Tag Archives: Greg Shaw

He Put The BOMP…

No statue? This will have to do.

No statue? This will have to do.

I’m often asked what makes Bomp different. One answer is that where most labels concentrate on a small roster, I’ve always preferred to give a lot of bands the chance to be heard…I guess I’d most like Bomp to be remembered as a label utterly dedicated to the people who care most about music: the fans and collectors.”

Five years ago we lost one of our greatest soldiers, Greg Shaw. Most pop music writers have read him if not been influenced by him; many saw an opportunity to take the leap from fan to participant because of his magazine and his labels. Shaw began by writing fan letters to magazines and was soon writing reviews for everyone from Rolling Stone to Creem.  Along the way his journey led to managing bands, working at major labels (assembling compilations, of course) and running a record shop, but legions of powerpop fans point to a 1978 issue of Bomp Magazine as the rallying cry that launched a movement.

“Punk had already had its day by 1978, when Bomp Magazine ran a cover story proposing Powerpop: a hybrid style with the power and guts of punk, but drawing on a pop song tradition with wider popular appeal. I had in mind bands like The Who and The Easybeats, (hell, even The Sex Pistols fit my definition!) but much to my chagrin, the term was snapped up by legions of limp, second-rate bands hoping the majors would see them as a safe alternative to punk. I took a lot of heat for starting the whole business…”

Bomp Powerpop cover

But he should also get credit for what did go right. Many great bands rose from the masses of skinny tie wannabes, and some (including Shoes, 20/20, Paul Collins, The Plimsouls, and The Romantics) started at Bomp before landing at major labels. Writers including Lester Bangs, Greil Marcus, Dave Marsh, Mike Saunders and R. Meltzer passed through his masthead. That Bomp didn’t become a haven for great bands like Sire Records is a shame, but Shaw was unwilling to compromise his vision just to play on a bigger stage.

In the ’80s retro-garage was bursting out thanks to bands like The Fuzztones, The Lyres and The Chesterfield Kings; Shaw’s Voxx label attracted a ton of groups. He launched a series of compilations called Pebbles (inspired by Nuggets) featuring some of the rarest original ’60s punk records from his personal collection. He picked up Iggy Pop’s first solo album, Kill City (“when nobody else would touch it”) and issued a series of Stooges outtakes under the title of The Iguana Chronicles. In the ’90s he aligned with Alive Naturalsound Records which brought great bands like Black Keys, Bloody Hollies and Soledad Brothers into the fold, and he continued to discover and nurture new bands that tweaked his antennae until his death from heart failure. He was only 55.

I think the essence of Greg Shaw can be found in this quote:

“I think it comes down to the fact that Bomp is an outgrowth of my love for music. Where many would view it as a marginal business that barely breaks even, I prefer to see it as a hobby that’s profitable enough to allow me to build my life around it.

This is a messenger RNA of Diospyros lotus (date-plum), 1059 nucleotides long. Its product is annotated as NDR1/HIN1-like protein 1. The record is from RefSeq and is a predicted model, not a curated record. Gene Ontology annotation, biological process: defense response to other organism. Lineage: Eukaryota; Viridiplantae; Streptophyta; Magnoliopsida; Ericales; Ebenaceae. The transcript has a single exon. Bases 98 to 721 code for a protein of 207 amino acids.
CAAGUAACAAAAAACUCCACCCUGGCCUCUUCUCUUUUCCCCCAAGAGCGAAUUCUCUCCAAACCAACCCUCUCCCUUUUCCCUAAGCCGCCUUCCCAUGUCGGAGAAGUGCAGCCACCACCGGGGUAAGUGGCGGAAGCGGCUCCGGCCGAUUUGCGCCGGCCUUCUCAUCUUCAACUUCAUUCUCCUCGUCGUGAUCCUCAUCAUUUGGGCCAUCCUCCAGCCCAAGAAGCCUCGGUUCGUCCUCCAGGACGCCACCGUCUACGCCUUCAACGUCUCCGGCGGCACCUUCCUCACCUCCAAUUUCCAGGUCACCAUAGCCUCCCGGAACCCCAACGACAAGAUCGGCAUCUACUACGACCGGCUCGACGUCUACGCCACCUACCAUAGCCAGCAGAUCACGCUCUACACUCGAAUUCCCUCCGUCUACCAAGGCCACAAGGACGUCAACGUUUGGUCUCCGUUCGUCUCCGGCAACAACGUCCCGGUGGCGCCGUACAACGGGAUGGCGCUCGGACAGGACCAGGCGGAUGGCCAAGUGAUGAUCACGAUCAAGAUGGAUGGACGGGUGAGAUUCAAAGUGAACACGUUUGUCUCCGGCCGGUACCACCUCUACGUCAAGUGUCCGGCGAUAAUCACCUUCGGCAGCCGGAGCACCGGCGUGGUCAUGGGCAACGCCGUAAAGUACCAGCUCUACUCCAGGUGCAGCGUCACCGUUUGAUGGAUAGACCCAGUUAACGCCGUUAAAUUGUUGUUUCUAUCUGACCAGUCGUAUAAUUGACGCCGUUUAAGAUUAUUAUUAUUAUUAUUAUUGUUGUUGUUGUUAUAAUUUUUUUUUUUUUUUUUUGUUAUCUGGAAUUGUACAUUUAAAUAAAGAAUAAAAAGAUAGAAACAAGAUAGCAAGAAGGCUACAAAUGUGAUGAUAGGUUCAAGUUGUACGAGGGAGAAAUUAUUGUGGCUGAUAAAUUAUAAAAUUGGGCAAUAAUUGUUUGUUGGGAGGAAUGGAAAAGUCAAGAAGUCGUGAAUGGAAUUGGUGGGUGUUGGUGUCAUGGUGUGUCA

Contemplating the impact Greg Shaw had upon the industry, it just makes me sadder when I think about politics and greed making charlatans wealthy and famous, while true visionaries are sometimes just cult heroes. But fame is cheap commodity and wealth dissipates. Legacy is the coin that matters, and Shaw’s legacy continues to inspire. 

The BOMP website

Tributes from other writers

The bookSaving The World One Record at a Time

The date of October 19th also claimed guitarist Glen Buxton of the original Alice Cooper Band, who died in 1997; he was only 49.

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Filed under Editorials, Music

New Album! The Flashcubes

We want YOU...to want US!

We want YOU...to want US!

Let me get the caveat out of the way right up front. I know all four of the guys in the band, I watched their career happen right before my eyes, I wrote about them at the time, and I even booked them to play at a couple of clubs I was managing. So I’m not exactly impartial.

That said, I’d recuse myself in a heartbeat if I had written the liner notes, recorded the music, remastered the tracks or was any way involved with the release of their material. My only advantage coming in to A Cellar Full Of Boys is the anticipation based upon knowing the material. But if you aren’t familiar with The Flashcubes, I’m not feeling superior – I’m feeling a bit envious. Because you get to hear one of the great lost pop bands of the 70s fresh and new.

In brief, The Flashcubes were a punk and power pop band from Syracuse, New York who almost grabbed the brass ring. Despite wowing the local community, opening shows for virtually every famous name who came through town and having heavyweights like Greg Shaw and The Ramones among their advocates, it just didn’t happen. Well…until twenty-five years later when half a planet away, the Japanese pop community determined that a band this good deserved better. What had been a couple of reunions and the occasional tribute album track exploded into a full-blown renaissance.

Gary was always taping, thankfully. Now these Basement Tapes breathe new fire into the Flashcube legend. You can read my full review of the new album at BLURT.

Flashcube button

The Flashcube Story in 3 1/2 minutes.

Listen for yourself at their MySpace site.

Bright Lights (the anthology)

Brilliant (the new material)

Air Mail Recordings.

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Filed under Features and Interviews, Music, Reviews